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"By wisdom a house is built, and by understanding it is established; and by knowledge
the rooms are filled with all precious and pleasant riches." ~Proverbs 24:3-4

Buy the DVD!

The Widow’s Might

The 2009 San Antonio Independent Christian Film Festival's Jubilee Award with its $101,000 cash prize – the largest single film festival grand prize of its kind in America – was awarded to The Widow’s Might, a feature-length adventure that's hard to describe. It's a western, musical, comedy, drama, and a movie about homeschoolers making a movie! It has an original, unique style that's really quite a clever concept. All of these things combine to create an exciting, dynamic, and entertaining film. The Widow’s Might tells the fictional story of how a group of young filmmakers came to the aid of an elderly widow in danger of losing her home due to rising property taxes.

The 101-minute film was made by a team of homeschoolers known as HeuMoore Productions. It was written and directed by 19-year-old John Moore, with 20-year-old David Heustis and Jeff Moreland serving as producers. “We never saw this coming!” said John Moore. “The greatest lesson we have learned at this event over the years is to press on; keep moving forward. Always pursue excellence. The production was very tough; but it brought our families together, and we’re even closer now than ever.... I dedicate this award to my father, the most inspiring man I have even known.”

HeuMoore Productions has produced four films previously, but The Widow’s Might was by far their biggest, most intense production to date. In addition to landing the festivals’ top honor, The Widow’s Might was runner-up for “Best Feature” and also came away with the “Audience Choice Award,” receiving more than twice the votes of the closest contender. This marked the third time in four years that a film by HeuMoore Productions was voted as the audience favorite at the San Antonio Independent Christian Film Festival. The mission of HeuMoore Productions is to produce films that "...are intended to be wholesome, Christian entertainment that the entire family can enjoy and learn from."

Incidentally, shortly before the film festival, some filmmakers were discussing the fairness of allowing established big name films such as Fireproof and Expelled into the SAICFF. The comments were along the lines of, "How are homeschooled filmmakers supposed to compete with that level of film?" John Moore of HeuMoore Productions (The Widow’s Might) responded at the time that Fireproof is just as independent as any other independent film. He went on to explain how a big film like that actually adds more credibility to the contest, legitimizing the festival and raising the level of excellence.

Moore's December 9, 2008 blog post says, "The film that comes away from the festival with the Audience Choice award, will be able to say decisively that they beat out Fireproof. That’s just the coolest thing in the world… there, the audience is a true judge. Winning audience choice with no Fireproof would still be grand, but certainly not to the same extent." Wow, was that statement a self-fulfilling prophecy or what!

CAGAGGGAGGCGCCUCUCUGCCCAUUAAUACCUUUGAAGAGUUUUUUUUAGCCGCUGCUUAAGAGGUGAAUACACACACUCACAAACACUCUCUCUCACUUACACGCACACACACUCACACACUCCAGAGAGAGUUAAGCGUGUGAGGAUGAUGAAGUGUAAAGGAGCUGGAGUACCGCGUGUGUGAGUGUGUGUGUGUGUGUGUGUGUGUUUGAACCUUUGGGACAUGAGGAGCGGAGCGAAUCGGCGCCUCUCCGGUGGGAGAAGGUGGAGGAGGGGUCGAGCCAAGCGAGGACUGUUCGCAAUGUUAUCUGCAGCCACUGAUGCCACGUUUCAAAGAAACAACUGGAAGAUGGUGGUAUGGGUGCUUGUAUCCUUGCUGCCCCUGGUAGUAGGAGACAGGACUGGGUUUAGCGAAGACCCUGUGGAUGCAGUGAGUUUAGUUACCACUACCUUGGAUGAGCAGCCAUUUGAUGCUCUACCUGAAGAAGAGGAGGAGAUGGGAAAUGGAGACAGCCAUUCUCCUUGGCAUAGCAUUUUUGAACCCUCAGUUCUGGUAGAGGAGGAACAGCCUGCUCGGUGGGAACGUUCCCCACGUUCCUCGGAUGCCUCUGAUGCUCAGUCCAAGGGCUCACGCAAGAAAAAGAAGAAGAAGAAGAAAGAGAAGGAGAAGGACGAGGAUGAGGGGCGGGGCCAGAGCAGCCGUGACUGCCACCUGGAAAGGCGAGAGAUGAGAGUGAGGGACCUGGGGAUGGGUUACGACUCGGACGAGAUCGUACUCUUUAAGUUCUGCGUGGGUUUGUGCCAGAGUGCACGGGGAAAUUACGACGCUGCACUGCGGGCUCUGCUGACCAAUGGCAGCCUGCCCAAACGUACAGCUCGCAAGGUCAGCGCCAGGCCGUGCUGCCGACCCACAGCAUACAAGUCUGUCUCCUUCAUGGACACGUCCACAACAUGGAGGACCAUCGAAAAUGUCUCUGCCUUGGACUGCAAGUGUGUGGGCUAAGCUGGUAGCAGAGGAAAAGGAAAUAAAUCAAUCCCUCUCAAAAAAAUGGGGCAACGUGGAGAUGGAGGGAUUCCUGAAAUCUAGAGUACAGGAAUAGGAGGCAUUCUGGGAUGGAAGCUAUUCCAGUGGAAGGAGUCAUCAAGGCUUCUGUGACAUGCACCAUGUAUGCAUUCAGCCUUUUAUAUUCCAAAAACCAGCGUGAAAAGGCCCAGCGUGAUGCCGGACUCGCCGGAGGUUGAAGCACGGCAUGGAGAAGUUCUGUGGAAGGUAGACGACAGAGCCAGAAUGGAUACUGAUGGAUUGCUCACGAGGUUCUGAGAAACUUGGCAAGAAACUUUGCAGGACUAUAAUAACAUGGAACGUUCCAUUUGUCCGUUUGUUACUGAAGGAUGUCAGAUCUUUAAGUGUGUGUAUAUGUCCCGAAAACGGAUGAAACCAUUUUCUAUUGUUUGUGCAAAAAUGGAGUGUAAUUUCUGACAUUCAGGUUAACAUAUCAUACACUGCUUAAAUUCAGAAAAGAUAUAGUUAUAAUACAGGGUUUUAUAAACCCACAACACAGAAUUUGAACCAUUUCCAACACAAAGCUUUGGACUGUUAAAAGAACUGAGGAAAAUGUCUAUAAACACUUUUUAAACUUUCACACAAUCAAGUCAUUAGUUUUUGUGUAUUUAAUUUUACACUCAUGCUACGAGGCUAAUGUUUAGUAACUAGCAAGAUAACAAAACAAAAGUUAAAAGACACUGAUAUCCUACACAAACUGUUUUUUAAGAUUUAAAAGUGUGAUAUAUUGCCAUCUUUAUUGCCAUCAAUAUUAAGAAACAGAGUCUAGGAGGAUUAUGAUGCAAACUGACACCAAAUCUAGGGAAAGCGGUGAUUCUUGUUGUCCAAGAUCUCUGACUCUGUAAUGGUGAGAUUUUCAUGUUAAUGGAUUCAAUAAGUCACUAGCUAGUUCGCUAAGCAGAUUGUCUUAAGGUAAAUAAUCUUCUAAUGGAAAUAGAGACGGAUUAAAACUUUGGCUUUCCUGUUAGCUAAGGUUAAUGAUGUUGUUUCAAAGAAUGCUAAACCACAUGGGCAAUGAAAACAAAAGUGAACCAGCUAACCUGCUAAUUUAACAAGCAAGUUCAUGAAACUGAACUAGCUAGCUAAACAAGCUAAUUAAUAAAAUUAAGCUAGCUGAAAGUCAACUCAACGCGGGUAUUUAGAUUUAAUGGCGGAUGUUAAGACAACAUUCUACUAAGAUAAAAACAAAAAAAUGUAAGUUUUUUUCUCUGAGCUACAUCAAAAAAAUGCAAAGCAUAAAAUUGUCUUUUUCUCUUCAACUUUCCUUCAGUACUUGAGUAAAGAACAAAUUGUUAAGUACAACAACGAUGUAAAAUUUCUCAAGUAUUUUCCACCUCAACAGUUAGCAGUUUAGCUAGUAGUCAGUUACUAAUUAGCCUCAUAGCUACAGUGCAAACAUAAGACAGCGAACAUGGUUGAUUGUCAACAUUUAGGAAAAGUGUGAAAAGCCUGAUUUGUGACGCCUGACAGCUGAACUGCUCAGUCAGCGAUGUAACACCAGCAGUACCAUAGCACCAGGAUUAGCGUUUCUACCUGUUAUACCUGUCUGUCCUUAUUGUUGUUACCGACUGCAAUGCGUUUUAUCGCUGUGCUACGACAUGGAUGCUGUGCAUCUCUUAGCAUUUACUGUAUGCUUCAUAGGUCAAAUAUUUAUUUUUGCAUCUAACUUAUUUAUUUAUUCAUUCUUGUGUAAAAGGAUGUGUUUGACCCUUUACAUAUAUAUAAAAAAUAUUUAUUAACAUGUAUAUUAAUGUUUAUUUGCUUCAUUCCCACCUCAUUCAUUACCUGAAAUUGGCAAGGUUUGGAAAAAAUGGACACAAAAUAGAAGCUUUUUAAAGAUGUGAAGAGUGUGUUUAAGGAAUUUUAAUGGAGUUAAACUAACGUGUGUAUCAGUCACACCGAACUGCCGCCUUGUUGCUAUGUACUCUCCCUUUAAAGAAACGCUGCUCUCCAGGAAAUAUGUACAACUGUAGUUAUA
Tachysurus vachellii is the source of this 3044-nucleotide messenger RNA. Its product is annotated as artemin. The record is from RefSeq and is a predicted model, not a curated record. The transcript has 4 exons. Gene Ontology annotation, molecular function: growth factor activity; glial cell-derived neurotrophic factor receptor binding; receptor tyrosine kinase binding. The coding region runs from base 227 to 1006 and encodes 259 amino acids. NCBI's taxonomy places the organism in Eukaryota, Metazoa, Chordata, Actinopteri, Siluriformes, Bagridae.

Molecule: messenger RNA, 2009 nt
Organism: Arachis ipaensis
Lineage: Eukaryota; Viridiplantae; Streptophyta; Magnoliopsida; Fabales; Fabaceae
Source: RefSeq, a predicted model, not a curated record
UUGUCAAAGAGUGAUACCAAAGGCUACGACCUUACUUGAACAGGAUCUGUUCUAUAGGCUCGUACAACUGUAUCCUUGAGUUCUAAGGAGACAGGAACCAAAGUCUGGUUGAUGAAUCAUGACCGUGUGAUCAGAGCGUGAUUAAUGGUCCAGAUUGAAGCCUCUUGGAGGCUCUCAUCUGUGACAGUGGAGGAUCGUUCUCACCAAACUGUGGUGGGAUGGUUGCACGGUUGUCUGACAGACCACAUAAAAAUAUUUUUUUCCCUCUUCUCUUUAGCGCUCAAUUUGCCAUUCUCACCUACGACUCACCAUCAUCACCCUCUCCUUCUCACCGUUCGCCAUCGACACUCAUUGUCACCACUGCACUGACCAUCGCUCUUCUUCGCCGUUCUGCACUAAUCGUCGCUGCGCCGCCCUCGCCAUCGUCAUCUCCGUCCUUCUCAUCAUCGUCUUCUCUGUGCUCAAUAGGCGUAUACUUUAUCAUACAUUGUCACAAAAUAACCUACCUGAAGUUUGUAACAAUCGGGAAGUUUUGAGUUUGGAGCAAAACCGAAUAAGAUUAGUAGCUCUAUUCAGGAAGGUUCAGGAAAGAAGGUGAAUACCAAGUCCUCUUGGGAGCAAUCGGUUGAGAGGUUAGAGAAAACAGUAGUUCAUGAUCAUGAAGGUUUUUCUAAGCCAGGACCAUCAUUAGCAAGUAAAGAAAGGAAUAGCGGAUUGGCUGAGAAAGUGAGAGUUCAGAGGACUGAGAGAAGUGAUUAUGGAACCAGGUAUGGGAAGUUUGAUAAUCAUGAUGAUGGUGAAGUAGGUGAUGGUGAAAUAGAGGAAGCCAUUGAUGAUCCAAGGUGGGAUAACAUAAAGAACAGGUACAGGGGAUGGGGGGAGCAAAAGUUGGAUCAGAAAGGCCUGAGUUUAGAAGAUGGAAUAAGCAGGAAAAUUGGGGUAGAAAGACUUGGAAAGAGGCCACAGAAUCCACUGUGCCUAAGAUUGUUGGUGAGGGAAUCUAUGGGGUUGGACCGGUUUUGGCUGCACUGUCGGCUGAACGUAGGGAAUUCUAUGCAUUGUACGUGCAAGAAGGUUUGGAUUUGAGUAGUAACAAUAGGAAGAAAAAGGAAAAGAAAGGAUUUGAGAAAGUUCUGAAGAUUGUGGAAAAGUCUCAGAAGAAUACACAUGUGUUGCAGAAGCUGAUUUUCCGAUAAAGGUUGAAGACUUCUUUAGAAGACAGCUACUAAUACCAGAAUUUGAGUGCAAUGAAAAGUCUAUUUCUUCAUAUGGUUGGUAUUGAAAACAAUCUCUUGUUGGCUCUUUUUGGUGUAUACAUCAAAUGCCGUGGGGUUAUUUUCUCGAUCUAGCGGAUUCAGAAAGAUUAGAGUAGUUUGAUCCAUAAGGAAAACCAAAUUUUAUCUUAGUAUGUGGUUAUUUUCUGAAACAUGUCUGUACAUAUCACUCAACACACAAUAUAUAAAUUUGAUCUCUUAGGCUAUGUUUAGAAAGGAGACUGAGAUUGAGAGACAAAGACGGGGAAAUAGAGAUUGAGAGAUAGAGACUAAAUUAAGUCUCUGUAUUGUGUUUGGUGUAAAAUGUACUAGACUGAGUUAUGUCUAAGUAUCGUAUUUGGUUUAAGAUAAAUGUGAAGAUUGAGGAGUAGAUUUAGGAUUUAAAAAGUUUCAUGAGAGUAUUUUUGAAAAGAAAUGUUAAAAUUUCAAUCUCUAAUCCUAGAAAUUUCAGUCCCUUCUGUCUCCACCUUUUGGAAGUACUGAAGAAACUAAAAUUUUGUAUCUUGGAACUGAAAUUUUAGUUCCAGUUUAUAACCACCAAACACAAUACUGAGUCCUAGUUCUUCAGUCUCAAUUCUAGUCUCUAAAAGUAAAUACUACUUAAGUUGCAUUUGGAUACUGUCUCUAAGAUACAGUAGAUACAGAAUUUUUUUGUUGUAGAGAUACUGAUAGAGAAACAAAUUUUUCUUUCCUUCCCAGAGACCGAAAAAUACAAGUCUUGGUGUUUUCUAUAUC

At first I thought The Widow’s Might was a little difficult to follow the way it jumped from one scene to another, but once I figured out what was going on I was continually impressed with the creative genius of the filmmakers. Their sense of humor is rather understated but it’s definitely there. If you’re the type of person who enjoys puns and dry humor you will be laughing out loud. The original music score was so good that my teenage son wants to buy the soundtrack. I loved the haunting solo sung by Angela Coates, a homeschool teen with a beautiful melodic voice. John Moore is a great singer too. Gator, the little brother, was adorable. You will cheer and cry with the characters as if you really know them.

They fit a lot of things into The Widow’s Might - from cute kids and bad guys, to homeschooling and filmmaking, to politics and the media. I especially liked how they depicted the way news stories are manipulated to suit the reporter's agenda. The DVD case for the Limited Festival Edition states a running time of 53 minutes. I was wondering how they were going to resolve everything in that length of time. Fortunately for the viewers, it turns out that the movie is actually 101 minutes.

Geoff Botkin, veteran film producer and SAICFF judge, marked The Widow’s Might as a milestone in Christian filmmaking: "The Widow’s Might is a groundbreaking film, even though it is a first feature film from a teenaged director. It is one of the most original high-concept features in recent film history. The story is innovative in ways that can inspire the next generation of filmmakers, many of whom are looking for ways to break out of tired cinematic cliches."



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